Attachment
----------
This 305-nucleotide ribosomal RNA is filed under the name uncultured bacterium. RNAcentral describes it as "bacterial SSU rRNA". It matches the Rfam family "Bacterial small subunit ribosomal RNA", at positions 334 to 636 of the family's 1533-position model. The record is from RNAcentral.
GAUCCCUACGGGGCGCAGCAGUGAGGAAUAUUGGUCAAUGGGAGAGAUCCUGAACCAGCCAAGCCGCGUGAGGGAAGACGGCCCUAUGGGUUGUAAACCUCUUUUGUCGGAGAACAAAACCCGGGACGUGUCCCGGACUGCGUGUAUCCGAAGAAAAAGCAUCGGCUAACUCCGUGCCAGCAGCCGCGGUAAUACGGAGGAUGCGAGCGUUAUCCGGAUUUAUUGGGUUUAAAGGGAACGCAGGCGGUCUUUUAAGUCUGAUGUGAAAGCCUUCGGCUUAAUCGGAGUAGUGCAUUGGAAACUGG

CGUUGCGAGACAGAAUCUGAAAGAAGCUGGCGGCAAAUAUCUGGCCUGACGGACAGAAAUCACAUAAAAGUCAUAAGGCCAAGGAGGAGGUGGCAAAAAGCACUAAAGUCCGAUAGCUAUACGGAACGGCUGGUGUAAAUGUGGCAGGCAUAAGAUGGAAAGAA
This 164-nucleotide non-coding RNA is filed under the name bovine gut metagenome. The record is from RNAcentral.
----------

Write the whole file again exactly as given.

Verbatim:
This 305-nucleotide ribosomal RNA is filed under the name uncultured bacterium. RNAcentral describes it as "bacterial SSU rRNA". It matches the Rfam family "Bacterial small subunit ribosomal RNA", at positions 334 to 636 of the family's 1533-position model. The record is from RNAcentral.
GAUCCCUACGGGGCGCAGCAGUGAGGAAUAUUGGUCAAUGGGAGAGAUCCUGAACCAGCCAAGCCGCGUGAGGGAAGACGGCCCUAUGGGUUGUAAACCUCUUUUGUCGGAGAACAAAACCCGGGACGUGUCCCGGACUGCGUGUAUCCGAAGAAAAAGCAUCGGCUAACUCCGUGCCAGCAGCCGCGGUAAUACGGAGGAUGCGAGCGUUAUCCGGAUUUAUUGGGUUUAAAGGGAACGCAGGCGGUCUUUUAAGUCUGAUGUGAAAGCCUUCGGCUUAAUCGGAGUAGUGCAUUGGAAACUGG

CGUUGCGAGACAGAAUCUGAAAGAAGCUGGCGGCAAAUAUCUGGCCUGACGGACAGAAAUCACAUAAAAGUCAUAAGGCCAAGGAGGAGGUGGCAAAAAGCACUAAAGUCCGAUAGCUAUACGGAACGGCUGGUGUAAAUGUGGCAGGCAUAAGAUGGAAAGAA
This 164-nucleotide non-coding RNA is filed under the name bovine gut metagenome. The record is from RNAcentral.